Urquhart, who studied art history in university, knew something of Kent, a New York-born painter dating to the early part of this century who was associated with Robert Henri’s Ashcan School. She had no idea that he’d settled in Newfoundland, let alone that he’d been unceremoniously expelled during the First World War – for singing German lieder from the porch of his rented house.
“Kent started me on the whole idea of an artist,” she says, “and an American artist, and how would an artist view our landscape and geography. I liked this idea of the other view of us, and I wanted to explore that, I wanted to really get inside that mind.”
If she didn’t get Kent’s Newfoundland house, she did begin to read into his life. At about the same time, a cousin presented Urquhart with a packet of letters she’d come across at a garage sale. “They were from a woman to a man, and they had clearly met during the First World War and they had clearly been lovers.” The letters would eventually furnish another level of plot. “They were so interesting and so moving, these letters, and while the characters in the book don’t refer directly to the characters in those letters, there was the feeling of terrible sadness attached to those letters that related in some way to the aftermath of that terrible war.”
When she first began to write, it was in the third person, although that soon changed. “It was a big surprise to me,” Urquhart says, “when the book decided to write itself in the first person. Within a matter of paragraphs, Fraser had started to tell the story. Every now and then I would think, ‘No, Jane, no, don’t do this.’ I would try to go back into the third person and it just wouldn’t work. He was going to tell the story and that’s the way it was going to be.”
She proceeded, she says, with only a vague sense of the book’s direction. “I didn’t really know what it was I was trying to find out,” she says. “But then I never do. If I knew from the start, I wouldn’t finish it, because I’m too lazy.”
Does she know now that the writing’s finished what it was she was trying to discover? “I think this is a man who has been able to remove himself quite coldly from the life around him. I think it’s a danger in art, I think it’s a danger in writing, too. This is about the artist as someone who’s withdrawn, who’s using life in order to make art, in order to perhaps develop a career. So I think at least part of what I learned was just this sense that you do have to be careful, and I didn’t believe that before I wrote the book. I used to think, anything for art, it lives forever, what else could possibly matter? I don’t feel that way any more.”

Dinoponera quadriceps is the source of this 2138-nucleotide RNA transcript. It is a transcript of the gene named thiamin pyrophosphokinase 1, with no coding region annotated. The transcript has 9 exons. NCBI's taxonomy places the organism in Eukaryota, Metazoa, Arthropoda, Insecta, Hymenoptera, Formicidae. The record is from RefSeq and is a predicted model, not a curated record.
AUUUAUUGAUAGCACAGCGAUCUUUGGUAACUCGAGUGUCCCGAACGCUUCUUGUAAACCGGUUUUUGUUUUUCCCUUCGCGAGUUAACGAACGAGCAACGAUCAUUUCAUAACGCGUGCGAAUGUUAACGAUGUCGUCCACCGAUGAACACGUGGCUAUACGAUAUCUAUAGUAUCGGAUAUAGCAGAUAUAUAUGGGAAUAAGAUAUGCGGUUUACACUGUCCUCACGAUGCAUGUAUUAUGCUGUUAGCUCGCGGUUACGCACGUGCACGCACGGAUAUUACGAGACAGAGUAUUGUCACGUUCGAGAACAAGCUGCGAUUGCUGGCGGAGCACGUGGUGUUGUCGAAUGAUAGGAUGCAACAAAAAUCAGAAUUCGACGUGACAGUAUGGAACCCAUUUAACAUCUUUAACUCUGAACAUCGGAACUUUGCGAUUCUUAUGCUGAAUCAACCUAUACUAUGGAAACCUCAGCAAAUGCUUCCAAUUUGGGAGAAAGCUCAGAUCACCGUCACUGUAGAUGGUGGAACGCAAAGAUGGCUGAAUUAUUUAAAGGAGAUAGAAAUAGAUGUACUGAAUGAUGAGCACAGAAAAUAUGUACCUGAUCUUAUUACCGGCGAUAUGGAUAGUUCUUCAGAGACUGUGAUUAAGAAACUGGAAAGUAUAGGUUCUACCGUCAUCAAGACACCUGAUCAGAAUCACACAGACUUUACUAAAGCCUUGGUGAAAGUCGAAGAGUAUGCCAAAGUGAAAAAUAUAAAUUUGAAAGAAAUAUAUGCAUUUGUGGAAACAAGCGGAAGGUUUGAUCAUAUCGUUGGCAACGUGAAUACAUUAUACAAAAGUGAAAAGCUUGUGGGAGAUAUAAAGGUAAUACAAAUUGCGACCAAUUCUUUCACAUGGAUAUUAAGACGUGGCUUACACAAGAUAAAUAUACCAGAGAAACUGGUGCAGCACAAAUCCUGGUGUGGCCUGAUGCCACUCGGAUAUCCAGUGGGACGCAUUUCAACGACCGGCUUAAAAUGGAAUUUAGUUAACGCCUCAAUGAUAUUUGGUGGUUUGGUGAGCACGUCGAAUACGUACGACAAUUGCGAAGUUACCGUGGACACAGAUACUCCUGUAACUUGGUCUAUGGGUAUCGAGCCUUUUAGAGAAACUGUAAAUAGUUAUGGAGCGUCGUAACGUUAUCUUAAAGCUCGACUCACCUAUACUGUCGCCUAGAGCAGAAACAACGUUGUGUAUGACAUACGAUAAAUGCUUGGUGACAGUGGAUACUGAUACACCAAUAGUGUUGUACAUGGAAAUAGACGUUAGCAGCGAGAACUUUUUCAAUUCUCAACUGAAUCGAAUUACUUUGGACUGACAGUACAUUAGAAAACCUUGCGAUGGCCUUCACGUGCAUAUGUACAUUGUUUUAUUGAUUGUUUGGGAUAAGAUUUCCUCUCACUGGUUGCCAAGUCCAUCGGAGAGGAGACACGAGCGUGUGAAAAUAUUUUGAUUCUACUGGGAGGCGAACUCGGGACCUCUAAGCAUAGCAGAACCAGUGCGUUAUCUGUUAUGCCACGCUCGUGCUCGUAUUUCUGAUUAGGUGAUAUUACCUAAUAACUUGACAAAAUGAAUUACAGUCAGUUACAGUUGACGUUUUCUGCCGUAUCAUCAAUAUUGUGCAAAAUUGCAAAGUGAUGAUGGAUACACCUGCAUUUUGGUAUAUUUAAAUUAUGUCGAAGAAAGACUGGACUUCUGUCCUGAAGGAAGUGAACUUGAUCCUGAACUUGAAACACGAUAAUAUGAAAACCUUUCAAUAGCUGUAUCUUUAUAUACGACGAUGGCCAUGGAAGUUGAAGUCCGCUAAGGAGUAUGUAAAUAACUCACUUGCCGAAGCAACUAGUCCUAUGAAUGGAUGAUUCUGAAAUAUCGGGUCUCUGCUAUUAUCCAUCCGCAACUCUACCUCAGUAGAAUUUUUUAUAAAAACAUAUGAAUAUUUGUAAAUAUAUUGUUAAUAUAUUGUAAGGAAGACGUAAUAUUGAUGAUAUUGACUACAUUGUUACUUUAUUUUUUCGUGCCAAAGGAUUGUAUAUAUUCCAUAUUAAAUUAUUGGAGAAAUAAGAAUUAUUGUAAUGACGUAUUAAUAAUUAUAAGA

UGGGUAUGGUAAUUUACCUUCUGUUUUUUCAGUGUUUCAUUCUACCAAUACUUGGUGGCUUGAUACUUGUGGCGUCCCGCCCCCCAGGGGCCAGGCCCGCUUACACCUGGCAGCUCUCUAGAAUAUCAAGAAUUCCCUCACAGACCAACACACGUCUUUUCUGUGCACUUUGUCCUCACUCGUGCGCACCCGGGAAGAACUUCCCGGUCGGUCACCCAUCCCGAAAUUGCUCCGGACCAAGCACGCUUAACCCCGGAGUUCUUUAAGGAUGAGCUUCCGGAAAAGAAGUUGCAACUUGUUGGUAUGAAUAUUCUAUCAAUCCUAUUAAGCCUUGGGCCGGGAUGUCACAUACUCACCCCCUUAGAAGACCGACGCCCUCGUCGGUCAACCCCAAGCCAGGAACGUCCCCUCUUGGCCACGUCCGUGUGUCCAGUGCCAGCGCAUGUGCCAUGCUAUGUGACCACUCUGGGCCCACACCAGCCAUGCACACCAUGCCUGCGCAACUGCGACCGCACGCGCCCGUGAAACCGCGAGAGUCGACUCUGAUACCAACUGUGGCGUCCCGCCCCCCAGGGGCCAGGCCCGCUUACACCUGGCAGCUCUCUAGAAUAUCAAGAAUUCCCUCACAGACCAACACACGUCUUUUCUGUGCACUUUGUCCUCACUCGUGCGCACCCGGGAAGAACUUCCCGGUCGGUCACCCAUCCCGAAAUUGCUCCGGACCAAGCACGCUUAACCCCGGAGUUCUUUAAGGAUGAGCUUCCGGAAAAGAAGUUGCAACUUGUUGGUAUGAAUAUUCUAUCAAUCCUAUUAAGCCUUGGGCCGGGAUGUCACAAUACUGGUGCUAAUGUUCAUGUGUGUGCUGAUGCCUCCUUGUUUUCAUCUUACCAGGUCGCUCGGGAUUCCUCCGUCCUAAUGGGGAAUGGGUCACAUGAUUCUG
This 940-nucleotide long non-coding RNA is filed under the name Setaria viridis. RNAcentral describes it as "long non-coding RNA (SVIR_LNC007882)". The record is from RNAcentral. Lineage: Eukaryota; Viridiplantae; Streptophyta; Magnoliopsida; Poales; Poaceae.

That’s maybe reflected in the way that the rest of Urquhart’s year is laid out. She has plenty of work to do, to be sure: there are last-minute fiddlings on The Underpainter before it goes to print, then later, for something new, she’ll set to writing a libretto she’s been invited to contribute to an oratorio that will be performed at Toronto’s Roy Thomson Hall for the millennium.
Come September, she’ll be out in frequent-flying support of The Underpainter’s publication. McClelland & Stewart will send her cross-Canada on a reading tour (including an appearance at Toronto’s International Festival of Authors) and she’ll also fit in visits to Britain, France, and Germany, where the novel is likewise slated for fall release.
All that, then, in the name of art. More immediately, there’s life at the cottage, which is not itself artless, but which dictates its own priorities. Some days Urquhart will paint (watercolours with none of Austin Fraser’s layers), most days,she’ll attend to a cherished scrapbook-diary, latest in a series she’s maintained for nearly 25 years.
“Otherwise,” she says, “I’d probably paint chairs all summer long. That seems to be the kind of thing I do. The summer before Away came out, I weeded the beach at the cottage. It’s four years later – I could do it again.”